Wednesday, April 19, 2017

Raise your hand if you think city aldermen need more power. Anyone? Anyone?

Crain's Chicago Business reports:
Raise your hand if you think Chicago aldermen need more power.

If you are one of the very few Chicagoans—and not an alderman yourself—with a hand raised, then good news: A new ordinance introduced to City Council would give aldermen the power to veto any business license application or renewal with the City of Chicago.

Ordinance O2017-2138, sponsored by Alderman Greg Mitchell (7th Ward) and currently sitting in committee, would require city departments to alert an alderman about each license application filed in his or her respective ward. The alderman could then veto any application as long as he or she provided a reason for denial. And if the alderman doesn't like the application, well . . . that is where the application dies.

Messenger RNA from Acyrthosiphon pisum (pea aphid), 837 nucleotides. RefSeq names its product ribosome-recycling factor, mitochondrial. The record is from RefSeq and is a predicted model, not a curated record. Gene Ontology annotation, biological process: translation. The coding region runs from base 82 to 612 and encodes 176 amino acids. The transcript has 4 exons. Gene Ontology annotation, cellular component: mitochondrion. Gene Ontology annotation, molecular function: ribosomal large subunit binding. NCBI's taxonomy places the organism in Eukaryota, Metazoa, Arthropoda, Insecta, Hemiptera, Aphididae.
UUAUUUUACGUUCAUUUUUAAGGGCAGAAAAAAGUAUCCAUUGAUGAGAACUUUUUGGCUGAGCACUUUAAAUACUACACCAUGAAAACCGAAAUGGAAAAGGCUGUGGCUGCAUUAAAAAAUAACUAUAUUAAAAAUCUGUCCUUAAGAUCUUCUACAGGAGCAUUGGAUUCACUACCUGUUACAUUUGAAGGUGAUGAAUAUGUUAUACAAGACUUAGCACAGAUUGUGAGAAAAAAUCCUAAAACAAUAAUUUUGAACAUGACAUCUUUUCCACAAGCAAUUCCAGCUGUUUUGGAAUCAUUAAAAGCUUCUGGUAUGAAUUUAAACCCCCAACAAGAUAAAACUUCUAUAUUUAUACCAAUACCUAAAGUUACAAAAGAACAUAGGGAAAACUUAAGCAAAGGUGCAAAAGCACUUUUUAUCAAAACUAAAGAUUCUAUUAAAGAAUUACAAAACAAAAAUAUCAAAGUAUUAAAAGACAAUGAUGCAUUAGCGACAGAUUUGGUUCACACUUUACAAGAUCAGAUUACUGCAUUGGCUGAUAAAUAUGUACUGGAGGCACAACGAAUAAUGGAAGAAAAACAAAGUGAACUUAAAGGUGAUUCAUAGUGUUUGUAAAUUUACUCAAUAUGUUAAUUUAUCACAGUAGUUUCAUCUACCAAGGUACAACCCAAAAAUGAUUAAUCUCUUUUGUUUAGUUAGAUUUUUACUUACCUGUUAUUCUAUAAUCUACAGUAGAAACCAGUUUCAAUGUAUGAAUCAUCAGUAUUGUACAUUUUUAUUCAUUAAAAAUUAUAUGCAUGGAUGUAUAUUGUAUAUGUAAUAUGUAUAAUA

You think they don't have enough power?
Placing this much power in the hands of one person is simply a bad idea. That's why checks and balances were created at all levels of our government. What if a business and an alderman have a bad relationship? In Chicago, scenarios regularly play out in which businesses have to bend to an alderman's will because of personal grudges or because an alderman thought his or her opinion was best.

The list of aldermanic muscle-flexing is long. Some examples include: Alderman Proco Joe Moreno (1st Ward) tried to prevent a Chick-fil-A from opening in his ward because he didn't like their CEO's comments on gay marriage. Former Alderman Bob Fioretti (2nd Ward) blocked a restaurant in his ward from putting up a new sign because he didn't like the restaurant's name. Alderman Joe Moore (49th Ward) was caught on tape telling housing activists who protested in front of his home that, as retribution, he would "never" move their legislation forward in City Hall.
The great moments of one party rule, in the Blue city.